Profanity – Blasphemous or obscene language
Obscenity - An extremely offensive word or expression
Among the controversies of the day, one issue rarely discussed any more is the use of obscene or profane language in fiction. Writers must decide what type of language their characters use. After all, a kindergarten teacher probably won’t use the same language as an inner-city cop working undercover on a drug case - if either of them spoke like the other, it wouldn’t be believable. The problem writers have is balancing realistic language with our readers' tolerance level.
That being said, I do NOT like books, TV shows or movies where profanity is used just to use it. On the other hand, neither will I refuse to read a book because some of the characters use the kind of four letter words my mother never expected to hear from my mouth. And, if I’m going to be completely honest, never have I hit my hand with a hammer or suffered some other painful injury and yelled, “Verily, verily, I hurt.” The day I slammed my hand in the door, not only my immediate neighbors but the ones three and four streets away received a rudimentary education in four letter words. Unfortunately, I slammed the door with my hand inside, and the rest of me outside, so the sound carried quite well.
Mysteries come in all shapes and sizes, multiple genres, diverse settings, different language. For example, our own Jim Jackson has recently published his latest Seamus McCree novel, False Bottom. As Jim explains in his upcoming interview with Elaine Douts this Wednesday, “I tell gritty stories and many of my characters curse. I won’t change them.” That makes sense as the following quote from his character, the self-styled Happy Reaper, demonstrates:
He kept the radio tuned to news radio WBZ for anything useful related to Jerome Rozelle’s attack on Elisabeth. If he heard one more fucking political message, he’d shoot the jerks as a public service. Once he completed this job, he was vacationing abroad until the election was over. In his biography, Mark Twain had attributed to Prime Minister Disraeli the statement that there were three kinds of lies: lies, damned lies, and statistics. When today’s politicians spoke, it was a question only of which lie they chose. He supposed that since he didn’t vote, he shouldn’t complain—still, if political ads weren’t cruel and unusual punishment, what was?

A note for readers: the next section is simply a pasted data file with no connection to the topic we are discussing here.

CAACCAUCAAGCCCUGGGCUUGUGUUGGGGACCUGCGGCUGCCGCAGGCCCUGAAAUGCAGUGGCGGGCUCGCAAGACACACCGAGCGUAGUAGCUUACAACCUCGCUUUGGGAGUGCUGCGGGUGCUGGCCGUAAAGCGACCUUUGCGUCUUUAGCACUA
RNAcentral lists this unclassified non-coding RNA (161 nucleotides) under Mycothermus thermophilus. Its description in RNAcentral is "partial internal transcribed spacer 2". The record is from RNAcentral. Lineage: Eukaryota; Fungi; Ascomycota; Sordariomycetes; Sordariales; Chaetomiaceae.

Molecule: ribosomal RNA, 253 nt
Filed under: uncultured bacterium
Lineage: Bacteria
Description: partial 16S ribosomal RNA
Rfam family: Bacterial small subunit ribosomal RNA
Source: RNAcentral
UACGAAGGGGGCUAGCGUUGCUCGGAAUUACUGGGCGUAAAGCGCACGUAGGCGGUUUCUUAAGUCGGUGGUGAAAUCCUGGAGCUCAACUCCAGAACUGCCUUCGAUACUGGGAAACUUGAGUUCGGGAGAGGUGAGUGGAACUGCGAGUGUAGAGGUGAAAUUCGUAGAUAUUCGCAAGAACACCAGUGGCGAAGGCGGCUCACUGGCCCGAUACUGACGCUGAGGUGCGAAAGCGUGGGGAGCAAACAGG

James M. Jackson, False Bottom, Kindle Loc. 3521
Equally, it makes sense in other settings and stories, the characters don’t curse. For example, my novel, Gambits and Games, (still seeking a home, by the way) is set in the small-town South where some men still apologize if they use curse words in front of a woman. (Really, they do; as recently as two weeks ago, I sat in a meeting where some strong language was used, only to have the sentence followed up immediately with an apology to me.)
For example, my protagonist, Penny, makes the following observations about a politician as she walks into the courtroom:
A pit opened in my stomach when I saw Jim Krey, the state’s Attorney General, sitting at the prosecution table. Under normal circumstances, he wouldn’t stoop to handle a local prosecution. I wondered if he wanted to use William to punish me, but then dismissed the thought. Jim Krey had made it obvious for years he considered me beneath his and his family’s notice. A stranger observing him at the counsel table would see only a conscientious public servant. I knew better.
However, the unwritten rules of court etiquette in Alabama require opposing counsel to greet one another cordially, so as William sat, Boyd and I walked over to the prosecution table.
But the fact that my characters in this book don’t use a lot of swear words doesn’t mean that down the road I won’t write another novel or story where characters do.
The language our characters use gives the readers a clue both to the world the characters inhabit and to their own personality traits. The language the characters use both to speak with and to think with is an artistic choice the writer makes to help accomplish those twin goals.
What is your tolerance for profanity? Would you refuse to read a book based upon the language used or not used? Have you read a book that is outside of your comfort zone where the language contains more or less swear words than you would normally encounter, and if so, what did you take away from the experience?